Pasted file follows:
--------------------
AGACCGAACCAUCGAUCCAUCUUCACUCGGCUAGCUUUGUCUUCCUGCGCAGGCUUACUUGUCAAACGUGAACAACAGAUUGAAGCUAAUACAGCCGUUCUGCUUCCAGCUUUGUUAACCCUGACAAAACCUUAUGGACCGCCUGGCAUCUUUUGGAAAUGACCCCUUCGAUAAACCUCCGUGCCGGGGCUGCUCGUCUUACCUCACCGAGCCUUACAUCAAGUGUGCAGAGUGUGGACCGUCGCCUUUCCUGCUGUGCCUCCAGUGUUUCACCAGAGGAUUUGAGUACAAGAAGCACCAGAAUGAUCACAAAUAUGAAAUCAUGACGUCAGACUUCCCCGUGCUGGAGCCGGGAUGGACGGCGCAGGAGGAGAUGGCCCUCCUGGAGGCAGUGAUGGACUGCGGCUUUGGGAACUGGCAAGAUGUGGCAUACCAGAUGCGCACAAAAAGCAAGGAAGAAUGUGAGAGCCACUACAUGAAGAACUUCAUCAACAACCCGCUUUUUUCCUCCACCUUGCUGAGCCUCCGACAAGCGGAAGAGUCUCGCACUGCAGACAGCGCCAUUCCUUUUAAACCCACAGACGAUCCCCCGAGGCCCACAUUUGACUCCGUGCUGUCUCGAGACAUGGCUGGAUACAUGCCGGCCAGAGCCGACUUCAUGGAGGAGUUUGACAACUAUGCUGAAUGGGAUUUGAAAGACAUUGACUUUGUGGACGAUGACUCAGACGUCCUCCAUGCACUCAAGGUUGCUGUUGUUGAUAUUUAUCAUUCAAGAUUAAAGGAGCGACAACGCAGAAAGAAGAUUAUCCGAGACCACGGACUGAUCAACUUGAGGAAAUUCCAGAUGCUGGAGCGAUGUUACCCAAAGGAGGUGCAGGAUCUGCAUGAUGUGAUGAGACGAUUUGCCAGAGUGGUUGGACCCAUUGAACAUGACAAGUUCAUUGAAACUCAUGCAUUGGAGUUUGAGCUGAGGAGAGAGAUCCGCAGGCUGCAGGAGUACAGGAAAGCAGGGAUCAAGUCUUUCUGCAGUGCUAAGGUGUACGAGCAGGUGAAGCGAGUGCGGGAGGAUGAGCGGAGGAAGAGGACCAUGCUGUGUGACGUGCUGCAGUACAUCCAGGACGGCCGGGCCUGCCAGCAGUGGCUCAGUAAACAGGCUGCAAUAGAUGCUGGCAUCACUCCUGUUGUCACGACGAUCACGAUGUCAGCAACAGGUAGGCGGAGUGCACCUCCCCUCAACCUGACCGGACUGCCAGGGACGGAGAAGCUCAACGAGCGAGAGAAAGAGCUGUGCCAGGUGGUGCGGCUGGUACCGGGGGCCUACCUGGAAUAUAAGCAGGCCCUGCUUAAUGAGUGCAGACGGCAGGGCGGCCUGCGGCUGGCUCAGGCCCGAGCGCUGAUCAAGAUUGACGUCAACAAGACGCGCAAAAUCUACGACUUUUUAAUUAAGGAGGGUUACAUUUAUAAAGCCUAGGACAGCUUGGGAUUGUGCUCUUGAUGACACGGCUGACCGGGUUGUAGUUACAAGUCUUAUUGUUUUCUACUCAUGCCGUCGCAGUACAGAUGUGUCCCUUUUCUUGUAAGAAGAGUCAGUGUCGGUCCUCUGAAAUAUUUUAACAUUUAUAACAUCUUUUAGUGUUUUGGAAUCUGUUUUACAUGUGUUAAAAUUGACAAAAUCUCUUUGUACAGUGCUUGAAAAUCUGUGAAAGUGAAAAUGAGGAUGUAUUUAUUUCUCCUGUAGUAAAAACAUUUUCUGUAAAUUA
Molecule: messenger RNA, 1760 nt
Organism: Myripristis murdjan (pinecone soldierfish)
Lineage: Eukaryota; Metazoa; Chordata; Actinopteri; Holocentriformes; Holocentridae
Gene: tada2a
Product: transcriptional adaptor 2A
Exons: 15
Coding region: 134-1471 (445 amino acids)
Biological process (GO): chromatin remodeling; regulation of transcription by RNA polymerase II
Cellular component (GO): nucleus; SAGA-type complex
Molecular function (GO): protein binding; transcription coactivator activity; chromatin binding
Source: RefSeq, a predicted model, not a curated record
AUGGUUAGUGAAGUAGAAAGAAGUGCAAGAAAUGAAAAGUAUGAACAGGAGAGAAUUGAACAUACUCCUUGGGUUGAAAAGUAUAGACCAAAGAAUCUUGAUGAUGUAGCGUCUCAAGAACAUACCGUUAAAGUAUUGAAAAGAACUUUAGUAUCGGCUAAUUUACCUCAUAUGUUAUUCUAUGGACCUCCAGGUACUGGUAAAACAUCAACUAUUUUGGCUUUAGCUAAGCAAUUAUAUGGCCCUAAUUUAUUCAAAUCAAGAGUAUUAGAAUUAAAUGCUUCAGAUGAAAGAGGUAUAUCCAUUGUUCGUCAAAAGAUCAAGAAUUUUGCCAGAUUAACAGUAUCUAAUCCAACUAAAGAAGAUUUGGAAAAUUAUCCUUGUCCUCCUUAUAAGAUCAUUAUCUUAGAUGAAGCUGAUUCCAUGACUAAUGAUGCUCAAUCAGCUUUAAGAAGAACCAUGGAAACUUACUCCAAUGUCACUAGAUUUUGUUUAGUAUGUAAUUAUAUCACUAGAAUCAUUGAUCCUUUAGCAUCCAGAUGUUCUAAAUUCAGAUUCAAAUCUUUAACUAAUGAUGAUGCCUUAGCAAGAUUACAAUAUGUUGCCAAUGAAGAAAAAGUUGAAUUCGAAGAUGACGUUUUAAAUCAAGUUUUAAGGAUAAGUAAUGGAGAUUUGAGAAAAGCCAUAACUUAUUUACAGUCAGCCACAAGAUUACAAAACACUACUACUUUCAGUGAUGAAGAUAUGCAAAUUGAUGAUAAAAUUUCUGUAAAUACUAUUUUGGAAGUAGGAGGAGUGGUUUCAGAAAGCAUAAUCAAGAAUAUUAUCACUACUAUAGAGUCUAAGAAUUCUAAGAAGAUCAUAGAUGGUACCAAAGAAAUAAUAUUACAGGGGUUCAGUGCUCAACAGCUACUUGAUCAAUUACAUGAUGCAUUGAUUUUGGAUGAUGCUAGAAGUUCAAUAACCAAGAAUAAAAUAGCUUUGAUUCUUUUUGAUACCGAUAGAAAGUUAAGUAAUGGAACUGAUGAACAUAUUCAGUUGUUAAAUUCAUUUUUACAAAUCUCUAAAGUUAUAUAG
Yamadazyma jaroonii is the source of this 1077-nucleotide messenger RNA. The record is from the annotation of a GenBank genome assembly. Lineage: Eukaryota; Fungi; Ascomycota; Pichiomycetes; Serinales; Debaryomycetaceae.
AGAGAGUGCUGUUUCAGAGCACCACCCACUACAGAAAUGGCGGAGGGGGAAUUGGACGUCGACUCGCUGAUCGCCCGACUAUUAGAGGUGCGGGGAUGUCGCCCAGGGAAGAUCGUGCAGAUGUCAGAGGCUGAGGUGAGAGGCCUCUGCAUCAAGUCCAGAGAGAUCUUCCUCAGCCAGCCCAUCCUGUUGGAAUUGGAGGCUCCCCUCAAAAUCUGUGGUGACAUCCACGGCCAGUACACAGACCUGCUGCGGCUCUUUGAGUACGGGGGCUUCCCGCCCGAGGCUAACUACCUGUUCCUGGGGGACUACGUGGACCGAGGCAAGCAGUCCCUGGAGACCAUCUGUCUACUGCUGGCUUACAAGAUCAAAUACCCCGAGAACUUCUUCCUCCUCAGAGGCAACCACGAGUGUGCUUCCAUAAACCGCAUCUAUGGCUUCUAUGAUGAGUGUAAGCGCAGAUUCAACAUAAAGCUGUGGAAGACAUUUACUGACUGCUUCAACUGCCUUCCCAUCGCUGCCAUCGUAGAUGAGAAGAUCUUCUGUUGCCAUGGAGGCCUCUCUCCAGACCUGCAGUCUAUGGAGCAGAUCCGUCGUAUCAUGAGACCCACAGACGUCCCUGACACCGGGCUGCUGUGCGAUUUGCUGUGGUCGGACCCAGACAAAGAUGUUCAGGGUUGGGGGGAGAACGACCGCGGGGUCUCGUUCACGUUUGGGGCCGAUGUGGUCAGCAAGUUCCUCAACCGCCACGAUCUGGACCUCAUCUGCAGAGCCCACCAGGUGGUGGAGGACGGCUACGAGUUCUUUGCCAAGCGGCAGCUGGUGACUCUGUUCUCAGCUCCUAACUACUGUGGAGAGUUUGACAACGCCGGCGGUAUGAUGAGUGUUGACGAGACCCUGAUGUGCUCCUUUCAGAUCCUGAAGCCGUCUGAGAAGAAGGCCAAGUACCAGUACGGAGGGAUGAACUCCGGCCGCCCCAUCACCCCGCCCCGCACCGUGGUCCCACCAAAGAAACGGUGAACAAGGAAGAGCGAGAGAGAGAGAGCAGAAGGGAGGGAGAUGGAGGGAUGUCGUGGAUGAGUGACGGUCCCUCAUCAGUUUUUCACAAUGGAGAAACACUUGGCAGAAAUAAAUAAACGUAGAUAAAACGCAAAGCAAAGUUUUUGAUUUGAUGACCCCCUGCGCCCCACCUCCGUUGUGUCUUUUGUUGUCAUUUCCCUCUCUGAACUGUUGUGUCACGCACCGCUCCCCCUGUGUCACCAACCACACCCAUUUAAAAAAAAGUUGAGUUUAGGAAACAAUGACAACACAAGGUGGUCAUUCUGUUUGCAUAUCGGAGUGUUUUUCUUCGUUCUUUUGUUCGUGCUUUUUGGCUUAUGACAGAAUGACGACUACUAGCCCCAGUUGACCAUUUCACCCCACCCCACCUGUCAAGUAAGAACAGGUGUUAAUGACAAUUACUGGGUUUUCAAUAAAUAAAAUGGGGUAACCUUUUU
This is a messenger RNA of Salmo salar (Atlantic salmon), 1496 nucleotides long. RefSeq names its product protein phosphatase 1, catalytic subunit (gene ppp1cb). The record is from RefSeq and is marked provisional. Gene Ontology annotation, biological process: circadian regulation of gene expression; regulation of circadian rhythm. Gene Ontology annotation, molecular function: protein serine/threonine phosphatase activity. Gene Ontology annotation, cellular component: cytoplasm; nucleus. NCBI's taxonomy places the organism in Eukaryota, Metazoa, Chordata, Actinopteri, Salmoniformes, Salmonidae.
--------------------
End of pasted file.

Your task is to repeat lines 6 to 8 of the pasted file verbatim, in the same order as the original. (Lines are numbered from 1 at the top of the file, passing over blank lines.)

Product: transcriptional adaptor 2A
Exons: 15
Coding region: 134-1471 (445 amino acids)